A prime lens is a lens that has only one focal length. When you look at the side of a lens, a prime lens will only show one number, such as 50mm. This is in contrast to zoom lenses, which will show a range of focal lengths. Professionals highly recommend a 50mm prime lens in every food photography kit. Prime lenses will always have the same field of view and are unable to zoom. If you want to get a closer shot of your dish, you will need to physically move closer to it. Whether for full-frame or cropped sensor cameras, these types of lenses are most often recommended by and for food photographers. Boasting sharper, clearer images and higher-quality colors and textures, prime lenses capture the fine details of the ingredients and make the dish look more appetizing. Additionally, prime lenses come with larger apertures, which are ideal for low-lighting situations. If you are a food photographer who travels a lot, you may have to shoot in environments where lighting is unpredictable or uncontrollable. In those cases, having larger apertures would be not just useful but essential.

Zoom

Zoom lenses are great for food photography as they provide a wider range of focal lengths in a single lens. A zoom lens can be identified by its larger construction and bigger zoom range on the side of the lens, such as 24-105mm. Using a zoom lens means that you don’t have to physically move closer to your subject when you want to get a closer shot. However, its versatility sometimes comes at the cost of the quality of your shot. This is due to the higher number of elements in a zoom lens. The more elements you have in your lens, the more “gates” the light has to pass through, affecting the quality of your photos. Zoom lenses can also be more expensive if you want higher apertures, which are needed for low-light situations. That said, there are upsides to zoom lenses. The versatility of these types of zoom lenses allows you to get different shots without needing to adjust your setup. It also means that you can carry just one lens with you instead of multiple lenses. This is handy when traveling or changing locations a lot, as it means less weight to carry with you. Additionally, if you’re on a budget, you can make do with one zoom lens instead of wasting money on multiple prime lenses. Food photographers recommend having at least one zoom lens, like a 24-70mm f/4 or f/2.8.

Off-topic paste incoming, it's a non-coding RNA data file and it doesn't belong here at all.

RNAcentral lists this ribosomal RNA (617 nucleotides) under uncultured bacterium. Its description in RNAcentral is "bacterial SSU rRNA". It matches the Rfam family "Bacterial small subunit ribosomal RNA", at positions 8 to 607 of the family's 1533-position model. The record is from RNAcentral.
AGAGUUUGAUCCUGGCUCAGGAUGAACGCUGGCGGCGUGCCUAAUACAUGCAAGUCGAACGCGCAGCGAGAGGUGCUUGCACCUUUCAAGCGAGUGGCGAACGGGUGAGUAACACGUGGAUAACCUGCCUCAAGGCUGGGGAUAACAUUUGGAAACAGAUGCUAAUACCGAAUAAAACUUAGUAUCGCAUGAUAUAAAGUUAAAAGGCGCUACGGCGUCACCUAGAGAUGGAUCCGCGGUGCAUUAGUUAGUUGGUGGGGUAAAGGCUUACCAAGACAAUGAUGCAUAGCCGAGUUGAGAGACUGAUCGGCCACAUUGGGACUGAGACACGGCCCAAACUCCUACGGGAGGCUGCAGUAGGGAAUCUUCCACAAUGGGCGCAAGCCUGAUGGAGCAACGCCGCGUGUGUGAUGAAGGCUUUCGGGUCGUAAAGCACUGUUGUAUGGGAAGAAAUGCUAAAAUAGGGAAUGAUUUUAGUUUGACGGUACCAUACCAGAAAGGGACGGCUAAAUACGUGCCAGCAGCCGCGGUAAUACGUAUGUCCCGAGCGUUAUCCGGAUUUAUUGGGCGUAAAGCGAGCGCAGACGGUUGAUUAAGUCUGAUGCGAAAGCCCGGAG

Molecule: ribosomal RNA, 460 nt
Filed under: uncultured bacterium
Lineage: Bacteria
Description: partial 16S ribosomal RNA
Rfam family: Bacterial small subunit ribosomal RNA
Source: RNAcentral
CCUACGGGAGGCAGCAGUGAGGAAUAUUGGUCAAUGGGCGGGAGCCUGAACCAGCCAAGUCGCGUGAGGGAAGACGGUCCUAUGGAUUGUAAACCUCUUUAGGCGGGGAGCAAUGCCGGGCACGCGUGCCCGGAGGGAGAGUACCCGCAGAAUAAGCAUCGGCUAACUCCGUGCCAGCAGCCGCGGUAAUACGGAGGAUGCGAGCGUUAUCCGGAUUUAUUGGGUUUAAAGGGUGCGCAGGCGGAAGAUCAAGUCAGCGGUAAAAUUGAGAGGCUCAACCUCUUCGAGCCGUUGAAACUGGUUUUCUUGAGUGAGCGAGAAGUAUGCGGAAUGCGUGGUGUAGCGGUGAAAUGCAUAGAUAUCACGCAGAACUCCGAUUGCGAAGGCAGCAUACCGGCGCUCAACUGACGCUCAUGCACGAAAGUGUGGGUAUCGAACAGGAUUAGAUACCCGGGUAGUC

Macro

Macro lenses are designed to capture the minute details of the dish while providing a beautiful background blur at the same time. A macro lens is perfect for focusing on and accentuating the details of your dish, like the miniature veins on a mint leaf or water droplets on your tomatoes. The magnification for macro lenses is 1:1, which means that the dishes will appear to be the same size as in real life. Some macro lenses magnify it slightly more, making it appear larger than life. Macro lenses have a very shallow depth of field. A shallow depth of field means that just your subject will be in focus, but the background will be blurred. This is amazing for food photos where you want to isolate the subject or focus on specific ingredients in your dish. The creamy, blurry background makes the details of each dish you capture stand out. On the flip side, if you want to get a sharper image or background, you need to get a lens with a smaller aperture. The smaller the aperture, or the higher the f/stop number on your lens, the less light it lets in. When using macro lenses, ensure you have good lighting as well. The macro lenses most recommended by food photographers are: 60mm macro lens (either cropped sensor or full-frame camera) 100/110mm macro lens (full-frame camera)